Government probe after Catholic schools allegedly urge kids to sign anti-gay-marriage petition

I see the Welsh government, at least, is going to investigate after Catholic schools in England and Wales were, it’s alleged, found to be more than encouraging kids to sign an anti-gay-marriage petition.

See our post of yesterday for all the gory details.

According – again – to Pink News, the Welsh government “is to begin an official investigation”.

Wednesday, 25 April 2012

Sign anti-gay-marriage petition, pupils urged

There’s nothing like catching ’em young.

Pink News tells us: “Students at a Catholic state school in south London have been shown a presentation on religious opposition to the government’s proposal to allow gay couples to marry in civil ceremonies which, it is claimed, encouraged them to sign the Coalition for Marriage’s petition against the move.”

Kids as young as 11 were asked to sign this petition, says the online news source.

If this is true, it smacks of hypocrisy. One of the first things the bigots reach for when it comes to telling kids about sexual orientation in school is their age. Oh, they’re too young to have to worry about this sort of thing.

But they seem to be encouraging kids as young as 11 to put their names to a petition opposing equality for gay people.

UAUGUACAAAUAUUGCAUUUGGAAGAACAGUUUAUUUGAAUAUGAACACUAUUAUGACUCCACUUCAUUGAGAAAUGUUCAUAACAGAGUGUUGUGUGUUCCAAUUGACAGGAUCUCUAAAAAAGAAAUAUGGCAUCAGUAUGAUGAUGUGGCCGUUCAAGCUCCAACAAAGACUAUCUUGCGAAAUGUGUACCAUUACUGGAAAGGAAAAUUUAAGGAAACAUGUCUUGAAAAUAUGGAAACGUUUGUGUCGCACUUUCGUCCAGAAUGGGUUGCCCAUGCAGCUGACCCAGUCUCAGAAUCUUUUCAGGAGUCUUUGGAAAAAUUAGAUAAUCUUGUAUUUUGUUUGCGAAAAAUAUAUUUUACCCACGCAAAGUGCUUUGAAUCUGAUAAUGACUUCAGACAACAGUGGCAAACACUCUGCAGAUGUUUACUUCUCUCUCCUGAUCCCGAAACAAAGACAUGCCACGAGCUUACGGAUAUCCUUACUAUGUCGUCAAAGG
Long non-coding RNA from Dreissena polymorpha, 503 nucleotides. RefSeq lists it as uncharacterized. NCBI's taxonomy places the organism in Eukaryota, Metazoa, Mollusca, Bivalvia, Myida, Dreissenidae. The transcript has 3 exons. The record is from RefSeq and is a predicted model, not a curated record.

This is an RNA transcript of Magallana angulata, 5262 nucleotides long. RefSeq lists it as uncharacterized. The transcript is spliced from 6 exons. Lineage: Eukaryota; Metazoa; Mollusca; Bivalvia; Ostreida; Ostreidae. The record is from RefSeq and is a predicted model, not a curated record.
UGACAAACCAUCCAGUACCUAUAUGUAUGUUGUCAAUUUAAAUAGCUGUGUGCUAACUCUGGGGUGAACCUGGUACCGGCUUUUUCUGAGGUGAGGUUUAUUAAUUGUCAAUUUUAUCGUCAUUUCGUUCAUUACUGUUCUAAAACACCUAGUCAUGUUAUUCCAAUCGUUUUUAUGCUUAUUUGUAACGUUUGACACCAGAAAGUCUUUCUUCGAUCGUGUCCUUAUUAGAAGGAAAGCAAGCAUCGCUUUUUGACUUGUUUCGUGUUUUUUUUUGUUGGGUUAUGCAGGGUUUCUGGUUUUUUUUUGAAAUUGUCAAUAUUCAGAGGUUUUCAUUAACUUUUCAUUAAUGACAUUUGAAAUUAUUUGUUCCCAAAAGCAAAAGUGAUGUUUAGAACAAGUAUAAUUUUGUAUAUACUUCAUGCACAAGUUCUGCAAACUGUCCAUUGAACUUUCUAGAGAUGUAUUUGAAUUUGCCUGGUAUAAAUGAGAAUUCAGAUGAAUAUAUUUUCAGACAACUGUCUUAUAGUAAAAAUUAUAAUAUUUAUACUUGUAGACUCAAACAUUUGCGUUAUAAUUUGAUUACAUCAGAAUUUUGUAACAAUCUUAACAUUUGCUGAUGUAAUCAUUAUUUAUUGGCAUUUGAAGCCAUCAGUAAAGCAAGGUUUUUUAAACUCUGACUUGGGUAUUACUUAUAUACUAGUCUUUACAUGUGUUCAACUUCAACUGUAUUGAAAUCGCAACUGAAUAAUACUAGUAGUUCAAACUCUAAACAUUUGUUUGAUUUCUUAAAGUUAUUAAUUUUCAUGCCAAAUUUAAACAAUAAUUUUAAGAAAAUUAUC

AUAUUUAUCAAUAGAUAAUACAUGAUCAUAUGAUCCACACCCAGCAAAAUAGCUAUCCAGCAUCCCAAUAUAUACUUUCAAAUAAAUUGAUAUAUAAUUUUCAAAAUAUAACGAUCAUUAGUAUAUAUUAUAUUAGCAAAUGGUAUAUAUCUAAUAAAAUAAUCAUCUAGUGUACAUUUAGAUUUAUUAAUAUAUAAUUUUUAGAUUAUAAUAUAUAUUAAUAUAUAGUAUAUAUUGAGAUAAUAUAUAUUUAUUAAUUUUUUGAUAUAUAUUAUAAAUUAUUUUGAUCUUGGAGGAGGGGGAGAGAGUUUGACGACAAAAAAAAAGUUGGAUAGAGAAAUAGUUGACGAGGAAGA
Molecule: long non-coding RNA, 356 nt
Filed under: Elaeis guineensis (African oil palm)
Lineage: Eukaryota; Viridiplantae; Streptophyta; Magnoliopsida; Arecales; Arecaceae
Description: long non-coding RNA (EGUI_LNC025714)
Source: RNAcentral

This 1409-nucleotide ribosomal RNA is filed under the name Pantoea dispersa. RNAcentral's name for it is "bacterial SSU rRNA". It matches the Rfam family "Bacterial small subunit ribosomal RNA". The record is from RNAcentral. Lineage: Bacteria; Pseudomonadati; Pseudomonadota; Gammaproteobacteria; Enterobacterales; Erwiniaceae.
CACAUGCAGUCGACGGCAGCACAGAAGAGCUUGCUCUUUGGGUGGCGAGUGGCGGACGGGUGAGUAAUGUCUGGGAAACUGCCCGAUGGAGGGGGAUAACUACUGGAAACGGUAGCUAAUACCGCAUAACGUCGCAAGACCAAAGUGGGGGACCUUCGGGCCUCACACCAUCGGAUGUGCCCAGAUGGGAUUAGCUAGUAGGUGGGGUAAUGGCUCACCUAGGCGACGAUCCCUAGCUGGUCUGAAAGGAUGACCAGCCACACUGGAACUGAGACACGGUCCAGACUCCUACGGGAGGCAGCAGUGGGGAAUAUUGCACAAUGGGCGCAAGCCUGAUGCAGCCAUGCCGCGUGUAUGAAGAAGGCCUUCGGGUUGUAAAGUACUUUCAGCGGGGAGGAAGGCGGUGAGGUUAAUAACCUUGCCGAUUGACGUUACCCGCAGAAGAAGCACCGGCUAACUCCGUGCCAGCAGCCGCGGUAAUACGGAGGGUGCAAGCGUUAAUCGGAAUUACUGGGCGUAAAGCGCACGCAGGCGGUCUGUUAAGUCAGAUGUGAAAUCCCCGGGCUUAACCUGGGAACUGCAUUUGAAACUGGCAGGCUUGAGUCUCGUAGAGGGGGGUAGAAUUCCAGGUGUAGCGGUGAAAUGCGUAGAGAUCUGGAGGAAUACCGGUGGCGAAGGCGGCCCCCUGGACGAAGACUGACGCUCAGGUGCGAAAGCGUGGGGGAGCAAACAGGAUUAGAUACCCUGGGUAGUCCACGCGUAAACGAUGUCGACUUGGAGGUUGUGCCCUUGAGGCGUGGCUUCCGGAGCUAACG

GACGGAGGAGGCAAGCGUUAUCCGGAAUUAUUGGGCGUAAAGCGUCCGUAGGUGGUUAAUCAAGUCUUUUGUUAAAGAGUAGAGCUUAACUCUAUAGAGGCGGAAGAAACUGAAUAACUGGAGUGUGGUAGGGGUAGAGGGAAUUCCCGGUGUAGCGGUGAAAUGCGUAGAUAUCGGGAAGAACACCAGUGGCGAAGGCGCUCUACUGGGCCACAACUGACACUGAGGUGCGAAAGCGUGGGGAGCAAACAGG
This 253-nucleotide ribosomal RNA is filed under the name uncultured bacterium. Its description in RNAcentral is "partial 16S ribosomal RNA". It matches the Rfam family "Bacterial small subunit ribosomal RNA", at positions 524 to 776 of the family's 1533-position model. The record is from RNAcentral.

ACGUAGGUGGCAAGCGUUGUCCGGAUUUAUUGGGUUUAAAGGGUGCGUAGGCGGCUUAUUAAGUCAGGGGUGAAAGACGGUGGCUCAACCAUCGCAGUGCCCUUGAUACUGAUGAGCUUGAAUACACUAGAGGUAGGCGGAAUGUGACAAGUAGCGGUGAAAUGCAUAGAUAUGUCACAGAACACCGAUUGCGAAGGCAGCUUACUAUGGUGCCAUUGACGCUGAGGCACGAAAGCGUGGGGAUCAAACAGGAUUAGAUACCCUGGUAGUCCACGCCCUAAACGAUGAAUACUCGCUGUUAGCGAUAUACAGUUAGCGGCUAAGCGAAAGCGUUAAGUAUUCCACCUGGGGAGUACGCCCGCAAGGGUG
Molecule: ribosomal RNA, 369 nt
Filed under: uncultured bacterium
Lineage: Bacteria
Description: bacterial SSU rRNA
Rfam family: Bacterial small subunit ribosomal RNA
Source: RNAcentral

Pink News quotes a sixth-form student, Katherine: “In our assembly for the whole sixth form you could feel people bristling as [the headmistress] explained parts of the letter and encouraged us to sign the petition.

“She said things about gay marriage and civil partnerships being unnatural. It was just a really outdated, misjudged and heavily biased presentation.

“A few of us in my year are buying Gay Pride badges to pin on our uniform and thought about staging a Stonewall coup by posting the ‘Some people are gay – get over it’ posters around school.”

Good for them!

“Most importantly though, there are several people in my year who aren’t heterosexual – myself included – and I for one was appalled and actually disgusted by what they were encouraging.

“After all, that’s discrimination they were urging impressionable people to engage in, which is unacceptable.”

The Catholic Education Service confirmed to the online outlet that it had written to at least 359 Catholic state secondary schools in England and Wales last month asking them to draw attention to a letter by senior archbishops that told Catholics of their “duty” to do “all we can to ensure that the true meaning of marriage is not lost for future generations”.

The Catholic Education Service says: “We have been aiming this towards older pupils and parents. The archbishops’ letter is a positive statement of the Church’s support for marriage, rather than negative comments about gay marriage.”

Yes, well, it amounts to the same thing. Hettie marriage is just there. People get on with it without let or hindrance. It’s taken for granted. People do it. Why bother to say what a jolly whiz thing it is if you’re not trying to hold up gay relationships as something to be condemned by comparison?

Good to see that some of the students have got more sense than the Catholic authorities, anyway.